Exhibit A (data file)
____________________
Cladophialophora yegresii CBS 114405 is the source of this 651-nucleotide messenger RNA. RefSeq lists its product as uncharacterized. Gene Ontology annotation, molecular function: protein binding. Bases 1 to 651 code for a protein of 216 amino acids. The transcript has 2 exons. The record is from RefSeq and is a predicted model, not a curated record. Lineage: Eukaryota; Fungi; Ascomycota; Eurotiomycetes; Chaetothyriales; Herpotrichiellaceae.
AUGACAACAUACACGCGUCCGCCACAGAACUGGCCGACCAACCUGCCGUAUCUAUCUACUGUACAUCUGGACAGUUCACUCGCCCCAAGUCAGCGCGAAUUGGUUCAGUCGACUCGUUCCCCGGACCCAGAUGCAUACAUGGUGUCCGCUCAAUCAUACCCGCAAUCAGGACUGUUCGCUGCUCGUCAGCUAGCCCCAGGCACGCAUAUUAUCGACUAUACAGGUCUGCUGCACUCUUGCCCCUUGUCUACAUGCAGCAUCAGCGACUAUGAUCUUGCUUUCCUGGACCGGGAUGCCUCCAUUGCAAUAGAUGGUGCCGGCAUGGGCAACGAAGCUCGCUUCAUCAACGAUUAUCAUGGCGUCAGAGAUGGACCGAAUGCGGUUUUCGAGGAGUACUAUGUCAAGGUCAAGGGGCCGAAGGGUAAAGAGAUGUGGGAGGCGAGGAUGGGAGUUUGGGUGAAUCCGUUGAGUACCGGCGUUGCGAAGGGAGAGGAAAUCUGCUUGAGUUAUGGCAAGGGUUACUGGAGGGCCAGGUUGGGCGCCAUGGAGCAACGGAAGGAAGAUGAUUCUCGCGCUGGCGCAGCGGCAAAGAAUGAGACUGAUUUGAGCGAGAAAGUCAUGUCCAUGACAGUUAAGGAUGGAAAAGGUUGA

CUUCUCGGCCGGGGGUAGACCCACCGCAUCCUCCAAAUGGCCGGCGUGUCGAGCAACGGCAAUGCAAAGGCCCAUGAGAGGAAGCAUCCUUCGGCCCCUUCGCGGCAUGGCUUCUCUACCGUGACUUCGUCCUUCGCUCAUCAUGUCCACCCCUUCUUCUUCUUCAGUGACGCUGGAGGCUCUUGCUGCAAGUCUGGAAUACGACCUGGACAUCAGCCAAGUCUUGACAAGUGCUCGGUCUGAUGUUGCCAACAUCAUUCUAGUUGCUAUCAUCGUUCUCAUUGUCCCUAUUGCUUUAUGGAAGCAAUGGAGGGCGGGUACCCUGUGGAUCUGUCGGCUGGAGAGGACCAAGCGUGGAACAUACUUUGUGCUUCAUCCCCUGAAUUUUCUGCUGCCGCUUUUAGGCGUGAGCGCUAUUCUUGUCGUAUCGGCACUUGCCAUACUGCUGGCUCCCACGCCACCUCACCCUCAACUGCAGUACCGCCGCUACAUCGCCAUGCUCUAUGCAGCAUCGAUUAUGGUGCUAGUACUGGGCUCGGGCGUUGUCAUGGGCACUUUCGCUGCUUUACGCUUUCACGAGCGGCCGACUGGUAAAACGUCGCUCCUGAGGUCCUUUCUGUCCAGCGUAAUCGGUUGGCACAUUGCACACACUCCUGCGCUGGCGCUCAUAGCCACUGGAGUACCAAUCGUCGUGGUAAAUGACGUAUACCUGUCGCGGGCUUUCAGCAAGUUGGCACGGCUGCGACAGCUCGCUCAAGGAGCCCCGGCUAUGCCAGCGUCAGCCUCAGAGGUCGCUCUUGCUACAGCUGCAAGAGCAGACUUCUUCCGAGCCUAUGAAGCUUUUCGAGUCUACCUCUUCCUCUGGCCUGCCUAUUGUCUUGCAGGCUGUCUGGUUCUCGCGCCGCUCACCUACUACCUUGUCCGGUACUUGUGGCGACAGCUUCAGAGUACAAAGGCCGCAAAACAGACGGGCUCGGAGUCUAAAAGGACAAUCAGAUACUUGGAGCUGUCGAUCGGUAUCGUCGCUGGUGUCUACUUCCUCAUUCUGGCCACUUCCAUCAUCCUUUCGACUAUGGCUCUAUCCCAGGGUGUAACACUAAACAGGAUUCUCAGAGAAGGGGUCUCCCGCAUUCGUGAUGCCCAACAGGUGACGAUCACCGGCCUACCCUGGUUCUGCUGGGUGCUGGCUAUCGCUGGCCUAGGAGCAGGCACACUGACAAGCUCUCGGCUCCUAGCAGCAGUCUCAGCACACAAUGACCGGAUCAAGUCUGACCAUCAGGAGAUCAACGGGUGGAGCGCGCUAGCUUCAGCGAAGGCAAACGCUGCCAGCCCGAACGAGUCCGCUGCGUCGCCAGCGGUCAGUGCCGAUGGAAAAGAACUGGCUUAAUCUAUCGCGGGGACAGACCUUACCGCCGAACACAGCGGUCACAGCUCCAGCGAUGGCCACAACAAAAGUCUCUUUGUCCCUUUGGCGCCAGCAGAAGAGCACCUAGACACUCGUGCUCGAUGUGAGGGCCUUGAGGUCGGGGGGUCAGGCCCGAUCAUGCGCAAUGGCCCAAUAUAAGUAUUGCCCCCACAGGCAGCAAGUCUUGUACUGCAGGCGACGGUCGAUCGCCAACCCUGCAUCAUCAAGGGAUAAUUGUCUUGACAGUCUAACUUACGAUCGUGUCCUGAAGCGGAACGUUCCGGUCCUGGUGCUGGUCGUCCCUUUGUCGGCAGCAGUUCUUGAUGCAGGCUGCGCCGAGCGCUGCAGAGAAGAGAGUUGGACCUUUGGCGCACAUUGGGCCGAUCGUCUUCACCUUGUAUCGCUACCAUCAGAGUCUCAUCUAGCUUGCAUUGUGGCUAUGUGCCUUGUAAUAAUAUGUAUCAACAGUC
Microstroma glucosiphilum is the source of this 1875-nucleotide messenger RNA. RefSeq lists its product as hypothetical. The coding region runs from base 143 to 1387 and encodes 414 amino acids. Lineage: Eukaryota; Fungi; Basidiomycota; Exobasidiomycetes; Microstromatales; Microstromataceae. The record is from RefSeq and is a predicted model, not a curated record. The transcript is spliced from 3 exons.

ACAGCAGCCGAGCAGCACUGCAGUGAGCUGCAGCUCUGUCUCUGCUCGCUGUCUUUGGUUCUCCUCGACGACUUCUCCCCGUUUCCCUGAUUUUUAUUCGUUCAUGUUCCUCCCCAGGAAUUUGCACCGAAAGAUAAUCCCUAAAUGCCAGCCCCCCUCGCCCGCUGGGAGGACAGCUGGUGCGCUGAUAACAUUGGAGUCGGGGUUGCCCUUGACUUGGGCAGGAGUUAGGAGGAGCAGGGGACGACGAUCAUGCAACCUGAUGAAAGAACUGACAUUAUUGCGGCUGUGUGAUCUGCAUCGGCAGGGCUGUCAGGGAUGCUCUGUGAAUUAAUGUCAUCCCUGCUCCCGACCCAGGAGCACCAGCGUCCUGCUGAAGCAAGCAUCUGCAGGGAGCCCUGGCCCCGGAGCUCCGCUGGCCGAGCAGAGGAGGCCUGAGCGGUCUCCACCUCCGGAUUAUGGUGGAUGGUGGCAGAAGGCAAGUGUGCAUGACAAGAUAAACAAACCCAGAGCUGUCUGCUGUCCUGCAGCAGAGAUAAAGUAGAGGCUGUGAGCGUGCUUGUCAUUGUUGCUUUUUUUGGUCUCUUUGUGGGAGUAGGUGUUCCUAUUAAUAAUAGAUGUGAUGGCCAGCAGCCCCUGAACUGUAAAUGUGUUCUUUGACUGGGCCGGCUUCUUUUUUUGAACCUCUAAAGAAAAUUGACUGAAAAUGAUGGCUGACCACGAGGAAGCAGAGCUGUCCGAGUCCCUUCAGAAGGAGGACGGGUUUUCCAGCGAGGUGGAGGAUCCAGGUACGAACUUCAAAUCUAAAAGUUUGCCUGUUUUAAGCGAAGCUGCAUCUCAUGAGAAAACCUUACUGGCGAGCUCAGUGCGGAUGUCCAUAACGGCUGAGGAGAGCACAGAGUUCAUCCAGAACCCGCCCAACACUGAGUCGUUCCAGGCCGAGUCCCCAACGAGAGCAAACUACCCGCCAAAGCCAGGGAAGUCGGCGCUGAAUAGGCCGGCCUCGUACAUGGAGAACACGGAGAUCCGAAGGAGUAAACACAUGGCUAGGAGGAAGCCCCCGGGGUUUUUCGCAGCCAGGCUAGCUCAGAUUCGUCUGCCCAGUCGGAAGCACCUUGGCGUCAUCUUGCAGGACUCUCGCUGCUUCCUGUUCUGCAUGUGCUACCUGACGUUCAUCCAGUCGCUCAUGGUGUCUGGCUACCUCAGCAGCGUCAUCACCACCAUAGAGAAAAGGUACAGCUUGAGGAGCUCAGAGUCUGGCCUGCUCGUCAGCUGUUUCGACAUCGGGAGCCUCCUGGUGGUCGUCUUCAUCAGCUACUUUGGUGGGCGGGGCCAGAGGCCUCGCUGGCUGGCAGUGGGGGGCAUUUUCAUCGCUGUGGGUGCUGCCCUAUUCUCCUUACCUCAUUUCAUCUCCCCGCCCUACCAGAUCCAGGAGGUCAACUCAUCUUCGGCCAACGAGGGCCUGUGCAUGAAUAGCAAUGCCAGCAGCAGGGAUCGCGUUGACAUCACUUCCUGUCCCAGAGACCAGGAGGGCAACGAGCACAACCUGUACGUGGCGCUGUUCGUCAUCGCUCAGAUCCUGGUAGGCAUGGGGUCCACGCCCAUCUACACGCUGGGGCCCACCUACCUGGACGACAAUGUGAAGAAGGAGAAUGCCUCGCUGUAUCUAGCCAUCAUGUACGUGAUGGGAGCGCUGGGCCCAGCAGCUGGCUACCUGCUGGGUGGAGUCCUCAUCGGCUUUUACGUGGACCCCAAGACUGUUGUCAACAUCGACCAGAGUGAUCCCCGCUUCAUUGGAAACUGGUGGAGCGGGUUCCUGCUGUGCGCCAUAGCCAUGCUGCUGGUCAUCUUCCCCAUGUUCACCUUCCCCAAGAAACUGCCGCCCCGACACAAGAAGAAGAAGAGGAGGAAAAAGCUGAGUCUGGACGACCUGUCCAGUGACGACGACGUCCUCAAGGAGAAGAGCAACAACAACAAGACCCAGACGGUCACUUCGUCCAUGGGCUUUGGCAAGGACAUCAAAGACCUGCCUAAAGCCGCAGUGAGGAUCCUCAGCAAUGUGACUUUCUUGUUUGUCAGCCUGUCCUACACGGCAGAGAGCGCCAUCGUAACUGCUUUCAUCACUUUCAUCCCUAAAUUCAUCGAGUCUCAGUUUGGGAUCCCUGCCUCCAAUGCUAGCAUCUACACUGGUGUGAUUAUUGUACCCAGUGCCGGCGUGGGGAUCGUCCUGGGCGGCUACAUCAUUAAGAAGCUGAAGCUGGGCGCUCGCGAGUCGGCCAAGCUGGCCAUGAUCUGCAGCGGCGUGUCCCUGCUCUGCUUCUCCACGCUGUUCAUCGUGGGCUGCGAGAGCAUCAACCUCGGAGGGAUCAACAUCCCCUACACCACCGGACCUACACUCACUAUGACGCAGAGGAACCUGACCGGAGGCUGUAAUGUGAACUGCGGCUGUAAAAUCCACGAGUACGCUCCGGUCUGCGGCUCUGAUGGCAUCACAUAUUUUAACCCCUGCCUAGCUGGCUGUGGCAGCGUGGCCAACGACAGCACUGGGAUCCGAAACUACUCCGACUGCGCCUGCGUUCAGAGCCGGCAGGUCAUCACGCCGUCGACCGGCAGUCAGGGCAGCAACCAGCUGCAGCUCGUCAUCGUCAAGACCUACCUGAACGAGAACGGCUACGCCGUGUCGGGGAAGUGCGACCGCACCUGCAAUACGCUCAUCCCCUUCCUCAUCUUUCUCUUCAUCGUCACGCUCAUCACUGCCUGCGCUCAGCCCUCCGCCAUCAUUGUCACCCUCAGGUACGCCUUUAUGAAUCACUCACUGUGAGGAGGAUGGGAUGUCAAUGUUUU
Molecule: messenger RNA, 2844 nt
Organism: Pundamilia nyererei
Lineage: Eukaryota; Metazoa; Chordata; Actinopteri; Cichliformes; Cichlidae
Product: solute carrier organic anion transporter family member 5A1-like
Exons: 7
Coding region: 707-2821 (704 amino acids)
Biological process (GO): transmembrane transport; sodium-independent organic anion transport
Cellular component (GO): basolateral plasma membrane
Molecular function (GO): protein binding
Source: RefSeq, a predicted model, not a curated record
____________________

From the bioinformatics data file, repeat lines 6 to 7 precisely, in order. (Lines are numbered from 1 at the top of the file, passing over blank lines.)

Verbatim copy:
Molecule: messenger RNA, 2844 nt
Organism: Pundamilia nyererei